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Future ‘grim’ for Pakistani Christians, says Bishop: CEN 1.18.08 p January 20, 2008

Posted by geoconger in Church of England Newspaper, Church of Pakistan, Civil Rights, Persecution.

samuel-azariah.gifPAKISTAN has entered a ‘spiral of violence’, reports the Bishop of Raiwind and the short-term prospects for the country’s Christian minority are grim.

Bishop Samuel Azariah told The Church of England Newspaper on Monday that his country was in the midst of a political and economic meltdown, and urged the government of President Pervez Musharraf to restore the democracy and the rule of law.

In 2007, 50 suicide bombings killed 770 people, and civil unrest has left almost 3,500 dead. “The common belief amongst the people is that the bombings are the work of either Islamic extremists, belonging to al-Qaeda and the Taliban, or rogue elements close to the military establishment,” he said.

“Whoever is responsible for these heinous crimes, the intent is clearly to subvert through terror the democratic process in order to negate the will of the people,” Bishop Azariah said. The Musharraf government was engaged in counter-insurgency operations in Waziristan, the North West Frontier and in Swat and ‘right or wrong people believe that this is an American war and the Pakistan army is killing its own people at the call of the Americans,’ he said.

The war on terror had led to ‘much anger and hatred against the West’ and paradoxically to America and Britain being blamed for the country’s social and political ills. “This of course has repercussions on the Christians and the Church in Pakistan as we are considered a legacy of the West because of our colonial heritage,” he said.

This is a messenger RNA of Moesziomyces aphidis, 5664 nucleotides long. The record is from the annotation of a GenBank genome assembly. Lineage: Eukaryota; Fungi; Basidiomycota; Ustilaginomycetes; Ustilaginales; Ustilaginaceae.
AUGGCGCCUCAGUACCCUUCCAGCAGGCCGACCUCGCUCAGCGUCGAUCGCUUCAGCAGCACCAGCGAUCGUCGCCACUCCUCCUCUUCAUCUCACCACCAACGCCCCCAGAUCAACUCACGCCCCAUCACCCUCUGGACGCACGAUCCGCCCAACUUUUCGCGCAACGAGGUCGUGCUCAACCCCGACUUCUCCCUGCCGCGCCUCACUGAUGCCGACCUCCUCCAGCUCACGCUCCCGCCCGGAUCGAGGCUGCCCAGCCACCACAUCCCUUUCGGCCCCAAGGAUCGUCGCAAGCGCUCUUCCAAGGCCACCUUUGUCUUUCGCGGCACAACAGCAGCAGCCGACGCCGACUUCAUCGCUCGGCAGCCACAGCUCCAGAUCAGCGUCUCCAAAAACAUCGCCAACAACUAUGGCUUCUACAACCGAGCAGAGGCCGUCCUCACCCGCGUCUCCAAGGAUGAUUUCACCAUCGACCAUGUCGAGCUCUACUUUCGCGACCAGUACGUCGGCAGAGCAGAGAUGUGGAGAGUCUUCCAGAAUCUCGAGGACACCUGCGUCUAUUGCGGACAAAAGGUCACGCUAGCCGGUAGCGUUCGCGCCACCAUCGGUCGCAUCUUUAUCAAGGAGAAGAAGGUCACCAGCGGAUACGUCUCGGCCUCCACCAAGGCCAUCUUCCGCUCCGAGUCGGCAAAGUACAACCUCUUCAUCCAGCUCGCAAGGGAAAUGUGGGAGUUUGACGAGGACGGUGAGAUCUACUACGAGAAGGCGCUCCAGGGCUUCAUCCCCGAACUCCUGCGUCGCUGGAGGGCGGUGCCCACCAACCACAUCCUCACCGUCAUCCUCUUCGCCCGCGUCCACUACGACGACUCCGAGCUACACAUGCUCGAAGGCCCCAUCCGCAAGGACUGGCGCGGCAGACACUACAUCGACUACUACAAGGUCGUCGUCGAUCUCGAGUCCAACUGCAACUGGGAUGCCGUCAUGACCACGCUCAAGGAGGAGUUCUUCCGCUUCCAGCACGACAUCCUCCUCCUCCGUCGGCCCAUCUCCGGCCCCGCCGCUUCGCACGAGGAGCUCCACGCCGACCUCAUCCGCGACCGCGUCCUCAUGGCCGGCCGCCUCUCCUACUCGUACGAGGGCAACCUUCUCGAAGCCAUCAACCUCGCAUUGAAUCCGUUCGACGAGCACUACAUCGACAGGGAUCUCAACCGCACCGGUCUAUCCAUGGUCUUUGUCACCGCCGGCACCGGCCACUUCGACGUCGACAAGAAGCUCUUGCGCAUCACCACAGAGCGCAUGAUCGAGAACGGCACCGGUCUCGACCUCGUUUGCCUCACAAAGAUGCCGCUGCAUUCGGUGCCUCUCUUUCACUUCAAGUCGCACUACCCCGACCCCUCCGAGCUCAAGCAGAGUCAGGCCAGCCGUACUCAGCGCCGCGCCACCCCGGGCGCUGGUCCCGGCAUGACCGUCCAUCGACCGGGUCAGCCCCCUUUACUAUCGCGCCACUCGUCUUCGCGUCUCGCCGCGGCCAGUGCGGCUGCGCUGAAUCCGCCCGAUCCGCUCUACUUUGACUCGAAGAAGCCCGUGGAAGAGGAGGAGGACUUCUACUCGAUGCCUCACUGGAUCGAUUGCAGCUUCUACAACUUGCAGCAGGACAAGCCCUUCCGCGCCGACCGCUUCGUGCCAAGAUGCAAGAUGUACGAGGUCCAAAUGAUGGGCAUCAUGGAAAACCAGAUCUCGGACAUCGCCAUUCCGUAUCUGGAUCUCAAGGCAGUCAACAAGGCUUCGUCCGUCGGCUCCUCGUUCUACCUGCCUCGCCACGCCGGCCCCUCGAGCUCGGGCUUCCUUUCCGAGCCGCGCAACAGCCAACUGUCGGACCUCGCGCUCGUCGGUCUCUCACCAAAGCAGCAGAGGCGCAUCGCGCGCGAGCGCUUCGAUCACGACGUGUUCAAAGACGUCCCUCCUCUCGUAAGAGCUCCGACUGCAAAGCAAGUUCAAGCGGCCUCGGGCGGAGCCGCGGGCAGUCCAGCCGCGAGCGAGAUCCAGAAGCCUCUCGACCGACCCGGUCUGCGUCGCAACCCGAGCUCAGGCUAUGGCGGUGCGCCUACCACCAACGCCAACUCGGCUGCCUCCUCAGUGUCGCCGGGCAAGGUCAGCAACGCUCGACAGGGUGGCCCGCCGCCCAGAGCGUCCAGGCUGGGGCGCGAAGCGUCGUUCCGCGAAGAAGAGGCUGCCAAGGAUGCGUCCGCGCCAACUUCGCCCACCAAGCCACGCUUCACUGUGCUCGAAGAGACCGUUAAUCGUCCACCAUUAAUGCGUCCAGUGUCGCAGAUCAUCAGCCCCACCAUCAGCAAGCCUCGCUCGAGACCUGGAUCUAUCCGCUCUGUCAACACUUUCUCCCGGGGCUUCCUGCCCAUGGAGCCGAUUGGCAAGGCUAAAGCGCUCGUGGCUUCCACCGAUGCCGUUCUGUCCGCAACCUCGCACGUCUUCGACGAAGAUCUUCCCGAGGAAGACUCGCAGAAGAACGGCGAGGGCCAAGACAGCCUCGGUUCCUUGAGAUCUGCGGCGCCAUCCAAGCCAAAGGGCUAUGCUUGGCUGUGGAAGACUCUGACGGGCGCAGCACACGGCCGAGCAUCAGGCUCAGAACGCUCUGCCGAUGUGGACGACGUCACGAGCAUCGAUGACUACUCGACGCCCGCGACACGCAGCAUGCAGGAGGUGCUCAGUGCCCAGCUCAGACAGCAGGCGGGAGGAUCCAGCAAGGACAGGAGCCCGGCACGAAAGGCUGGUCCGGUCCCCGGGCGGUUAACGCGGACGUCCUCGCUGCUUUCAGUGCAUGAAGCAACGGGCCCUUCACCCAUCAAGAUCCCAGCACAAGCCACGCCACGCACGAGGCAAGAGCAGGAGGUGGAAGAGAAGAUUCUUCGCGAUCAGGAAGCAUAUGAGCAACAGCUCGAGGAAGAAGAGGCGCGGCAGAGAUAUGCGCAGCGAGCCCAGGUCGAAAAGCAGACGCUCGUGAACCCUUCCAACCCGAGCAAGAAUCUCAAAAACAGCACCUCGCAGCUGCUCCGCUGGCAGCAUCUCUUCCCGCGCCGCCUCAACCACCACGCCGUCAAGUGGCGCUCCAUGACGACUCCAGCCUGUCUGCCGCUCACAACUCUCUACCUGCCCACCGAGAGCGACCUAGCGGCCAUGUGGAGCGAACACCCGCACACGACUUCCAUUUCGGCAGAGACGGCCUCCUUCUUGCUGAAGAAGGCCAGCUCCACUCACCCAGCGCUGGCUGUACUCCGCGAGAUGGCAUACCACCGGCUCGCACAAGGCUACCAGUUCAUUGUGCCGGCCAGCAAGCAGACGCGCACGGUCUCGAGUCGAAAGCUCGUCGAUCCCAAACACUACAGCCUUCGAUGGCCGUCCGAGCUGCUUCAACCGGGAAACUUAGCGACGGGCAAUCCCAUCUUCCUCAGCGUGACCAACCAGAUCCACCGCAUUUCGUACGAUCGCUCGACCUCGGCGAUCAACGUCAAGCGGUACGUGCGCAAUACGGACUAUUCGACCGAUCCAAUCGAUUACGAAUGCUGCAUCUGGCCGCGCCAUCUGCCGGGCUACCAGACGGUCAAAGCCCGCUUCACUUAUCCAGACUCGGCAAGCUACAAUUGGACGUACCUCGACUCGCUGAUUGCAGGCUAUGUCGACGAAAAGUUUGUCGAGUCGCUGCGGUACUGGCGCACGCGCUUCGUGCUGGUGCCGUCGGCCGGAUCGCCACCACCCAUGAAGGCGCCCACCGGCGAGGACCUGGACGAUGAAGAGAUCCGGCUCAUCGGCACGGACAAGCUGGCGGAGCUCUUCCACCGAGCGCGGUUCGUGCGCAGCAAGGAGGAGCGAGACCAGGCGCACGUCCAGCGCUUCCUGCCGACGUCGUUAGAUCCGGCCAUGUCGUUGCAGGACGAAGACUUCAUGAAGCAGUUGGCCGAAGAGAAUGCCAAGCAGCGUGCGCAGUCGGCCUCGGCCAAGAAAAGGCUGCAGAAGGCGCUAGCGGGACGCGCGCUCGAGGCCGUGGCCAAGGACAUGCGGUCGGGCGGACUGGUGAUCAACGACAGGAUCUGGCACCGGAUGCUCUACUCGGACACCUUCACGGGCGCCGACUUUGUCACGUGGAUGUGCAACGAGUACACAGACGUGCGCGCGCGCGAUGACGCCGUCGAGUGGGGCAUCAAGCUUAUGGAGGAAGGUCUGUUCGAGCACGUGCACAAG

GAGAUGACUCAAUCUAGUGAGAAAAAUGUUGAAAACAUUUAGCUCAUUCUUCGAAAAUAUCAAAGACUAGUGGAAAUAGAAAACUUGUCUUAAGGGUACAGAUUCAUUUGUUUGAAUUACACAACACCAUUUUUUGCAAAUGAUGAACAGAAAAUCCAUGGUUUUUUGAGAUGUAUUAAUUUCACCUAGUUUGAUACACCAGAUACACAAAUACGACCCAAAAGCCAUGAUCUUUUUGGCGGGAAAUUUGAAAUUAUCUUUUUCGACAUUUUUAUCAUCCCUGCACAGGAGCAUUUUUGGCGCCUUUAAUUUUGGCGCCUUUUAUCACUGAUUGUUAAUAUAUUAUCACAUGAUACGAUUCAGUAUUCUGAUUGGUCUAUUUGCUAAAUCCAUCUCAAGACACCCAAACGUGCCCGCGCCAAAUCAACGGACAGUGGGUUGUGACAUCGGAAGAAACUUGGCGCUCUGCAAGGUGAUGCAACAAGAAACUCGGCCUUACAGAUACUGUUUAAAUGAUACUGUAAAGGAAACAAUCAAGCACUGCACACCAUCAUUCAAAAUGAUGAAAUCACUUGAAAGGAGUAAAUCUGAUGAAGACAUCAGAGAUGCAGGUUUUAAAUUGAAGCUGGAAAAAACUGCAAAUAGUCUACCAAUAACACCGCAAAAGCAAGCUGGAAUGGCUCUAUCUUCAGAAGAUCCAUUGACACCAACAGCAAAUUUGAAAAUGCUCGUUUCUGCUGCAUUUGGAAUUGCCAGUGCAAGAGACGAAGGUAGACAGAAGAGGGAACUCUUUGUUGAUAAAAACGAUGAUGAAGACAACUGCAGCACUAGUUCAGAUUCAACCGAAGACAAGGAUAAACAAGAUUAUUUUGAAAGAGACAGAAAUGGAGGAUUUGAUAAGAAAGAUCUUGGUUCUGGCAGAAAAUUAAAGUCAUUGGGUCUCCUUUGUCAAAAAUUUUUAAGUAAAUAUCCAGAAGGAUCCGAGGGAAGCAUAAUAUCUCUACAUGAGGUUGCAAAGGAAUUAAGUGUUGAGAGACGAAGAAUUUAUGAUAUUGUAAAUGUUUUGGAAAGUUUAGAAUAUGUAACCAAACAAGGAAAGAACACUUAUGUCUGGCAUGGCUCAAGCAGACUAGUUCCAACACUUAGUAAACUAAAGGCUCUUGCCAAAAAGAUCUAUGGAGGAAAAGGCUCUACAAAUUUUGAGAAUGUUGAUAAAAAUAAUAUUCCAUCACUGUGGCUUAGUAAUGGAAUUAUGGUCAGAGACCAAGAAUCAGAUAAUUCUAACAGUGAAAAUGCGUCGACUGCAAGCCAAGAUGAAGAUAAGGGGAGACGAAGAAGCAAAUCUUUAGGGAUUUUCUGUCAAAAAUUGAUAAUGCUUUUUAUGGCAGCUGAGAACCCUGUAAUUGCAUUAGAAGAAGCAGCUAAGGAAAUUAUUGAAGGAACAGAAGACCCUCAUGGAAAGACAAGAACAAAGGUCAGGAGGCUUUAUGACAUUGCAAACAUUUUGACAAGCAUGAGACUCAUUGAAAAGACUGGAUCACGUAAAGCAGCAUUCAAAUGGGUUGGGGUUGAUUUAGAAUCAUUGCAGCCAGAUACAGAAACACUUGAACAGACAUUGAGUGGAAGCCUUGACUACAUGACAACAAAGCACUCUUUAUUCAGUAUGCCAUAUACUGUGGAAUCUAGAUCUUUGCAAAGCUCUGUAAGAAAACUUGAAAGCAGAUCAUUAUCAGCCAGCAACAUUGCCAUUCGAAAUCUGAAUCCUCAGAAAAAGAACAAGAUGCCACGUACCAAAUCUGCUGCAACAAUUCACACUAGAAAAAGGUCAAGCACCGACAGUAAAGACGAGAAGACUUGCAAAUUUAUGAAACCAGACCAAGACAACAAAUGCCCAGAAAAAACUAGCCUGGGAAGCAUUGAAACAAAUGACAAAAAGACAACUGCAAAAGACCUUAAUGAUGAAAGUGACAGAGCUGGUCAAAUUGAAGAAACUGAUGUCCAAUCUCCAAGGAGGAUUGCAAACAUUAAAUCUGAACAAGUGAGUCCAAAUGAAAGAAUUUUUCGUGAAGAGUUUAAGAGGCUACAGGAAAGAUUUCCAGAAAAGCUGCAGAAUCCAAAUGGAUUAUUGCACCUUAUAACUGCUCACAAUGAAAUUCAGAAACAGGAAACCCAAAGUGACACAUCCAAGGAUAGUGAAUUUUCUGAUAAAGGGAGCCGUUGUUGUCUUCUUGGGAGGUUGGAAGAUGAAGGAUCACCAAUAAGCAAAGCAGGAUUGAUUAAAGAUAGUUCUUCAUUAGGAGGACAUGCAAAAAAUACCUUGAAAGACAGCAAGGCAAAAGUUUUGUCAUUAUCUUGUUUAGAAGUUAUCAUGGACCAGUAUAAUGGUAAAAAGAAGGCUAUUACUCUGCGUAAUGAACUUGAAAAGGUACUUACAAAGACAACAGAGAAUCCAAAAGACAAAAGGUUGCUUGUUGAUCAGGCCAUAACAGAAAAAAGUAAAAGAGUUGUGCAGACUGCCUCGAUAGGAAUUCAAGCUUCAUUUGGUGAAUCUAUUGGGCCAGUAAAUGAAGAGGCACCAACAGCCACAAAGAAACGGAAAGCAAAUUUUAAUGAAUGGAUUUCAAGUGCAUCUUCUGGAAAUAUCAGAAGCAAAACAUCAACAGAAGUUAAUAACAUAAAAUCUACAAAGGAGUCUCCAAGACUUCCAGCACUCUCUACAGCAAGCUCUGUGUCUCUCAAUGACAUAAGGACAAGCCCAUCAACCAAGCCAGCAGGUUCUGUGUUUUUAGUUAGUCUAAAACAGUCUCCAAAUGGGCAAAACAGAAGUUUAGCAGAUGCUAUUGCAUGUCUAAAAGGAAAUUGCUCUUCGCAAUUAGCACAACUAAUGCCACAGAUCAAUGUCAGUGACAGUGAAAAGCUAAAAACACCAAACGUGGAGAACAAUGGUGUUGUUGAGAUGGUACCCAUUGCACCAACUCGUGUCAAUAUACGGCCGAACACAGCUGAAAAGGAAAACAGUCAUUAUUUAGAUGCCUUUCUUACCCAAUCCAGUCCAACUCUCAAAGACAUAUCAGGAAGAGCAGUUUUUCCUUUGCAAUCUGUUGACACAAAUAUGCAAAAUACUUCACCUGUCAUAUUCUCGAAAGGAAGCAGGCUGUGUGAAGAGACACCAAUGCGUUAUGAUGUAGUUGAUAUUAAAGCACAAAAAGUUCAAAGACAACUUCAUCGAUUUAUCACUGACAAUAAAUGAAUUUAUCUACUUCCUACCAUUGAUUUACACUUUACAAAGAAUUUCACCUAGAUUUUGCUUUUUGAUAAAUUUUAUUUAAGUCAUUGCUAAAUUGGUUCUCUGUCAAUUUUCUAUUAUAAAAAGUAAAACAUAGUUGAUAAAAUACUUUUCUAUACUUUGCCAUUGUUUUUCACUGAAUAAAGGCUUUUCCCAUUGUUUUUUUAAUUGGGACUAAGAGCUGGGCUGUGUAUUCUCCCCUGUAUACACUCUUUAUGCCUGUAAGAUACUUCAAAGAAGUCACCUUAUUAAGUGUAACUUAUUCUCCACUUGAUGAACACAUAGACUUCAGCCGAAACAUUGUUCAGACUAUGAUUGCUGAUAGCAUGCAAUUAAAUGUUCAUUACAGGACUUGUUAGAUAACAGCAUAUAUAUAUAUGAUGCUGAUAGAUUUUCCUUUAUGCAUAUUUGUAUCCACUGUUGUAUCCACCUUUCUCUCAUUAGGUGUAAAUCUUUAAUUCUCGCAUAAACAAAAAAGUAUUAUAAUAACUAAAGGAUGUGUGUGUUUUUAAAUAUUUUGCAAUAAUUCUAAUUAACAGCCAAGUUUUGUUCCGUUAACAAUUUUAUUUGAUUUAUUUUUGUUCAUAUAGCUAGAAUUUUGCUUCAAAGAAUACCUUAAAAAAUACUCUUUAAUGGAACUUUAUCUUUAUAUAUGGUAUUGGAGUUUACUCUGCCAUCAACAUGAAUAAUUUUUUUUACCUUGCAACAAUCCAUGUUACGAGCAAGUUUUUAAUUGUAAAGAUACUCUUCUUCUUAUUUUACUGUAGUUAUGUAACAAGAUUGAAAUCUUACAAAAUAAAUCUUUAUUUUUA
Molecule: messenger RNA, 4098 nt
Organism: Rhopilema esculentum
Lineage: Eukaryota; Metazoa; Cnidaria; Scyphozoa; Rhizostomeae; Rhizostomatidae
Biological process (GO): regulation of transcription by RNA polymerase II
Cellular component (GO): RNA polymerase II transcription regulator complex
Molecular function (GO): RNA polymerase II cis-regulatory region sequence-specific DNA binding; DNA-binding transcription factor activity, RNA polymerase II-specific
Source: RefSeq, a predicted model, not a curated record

The resulting political instability has ‘had an adverse impact on the economy’ with essential foodstuffs and commodities like wheat flour, sugar, petroleum in short supply. All of this has led to the government losing ‘all credibility’ and becoming ‘virtually crippled.’

The mood among the country’s political elite was that the forthcoming ‘elections will not be free and fair,’ and opposition leaders have called for President Musharraf to step down and form a national unity government.

“This, however, is unlikely to happen because the US-led Coalition and the Pakistan military establishment continue to support Musharraf. The US Administration is of the view that Musharraf is indispensable to the war on terror and Pakistani Generals are not ready to share power with civilians because over the years they have accumulated huge economic, commercial and political interests,” Bishop Azariah said.

“Human life is a gift of God,” he said. “As such violence and acts of terrorism against innocent civilians are a sin against God and are contrary to his values of peace, love, forgiveness and compassion. As people of faith we are committed to universally condemn all forms of violence, particularly the type that inflicts indiscriminate death and injury on civilians,” he said.

Pakistan was ‘passing through a very difficult period in its history’. Bishop Azariah asked for prayers for his country and to ask God to ‘bring our people consolation and invest in them the hope and courage to face up to the challenge of healing and reconciliation.’


1. Arnold Ziffel - January 25, 2008

I couldn’t agree more. However, I wish to add that Musharraf’s recent reference to his alleged “brains”, reinforce my opinion that the U.S. should call his bluff and let him and his cohorts use these alleged brains without any more support from the U.S., either politically, or especially monetarily. It is obvious that Pakistan is on the verge of being a failed state. Let the chips fall where they may.

It won’t be much longer before the West will be going in to Waziristan to exterminate that nest of vipers.

2. Moderator of Pakistan « Lent & Beyond - January 16, 2009

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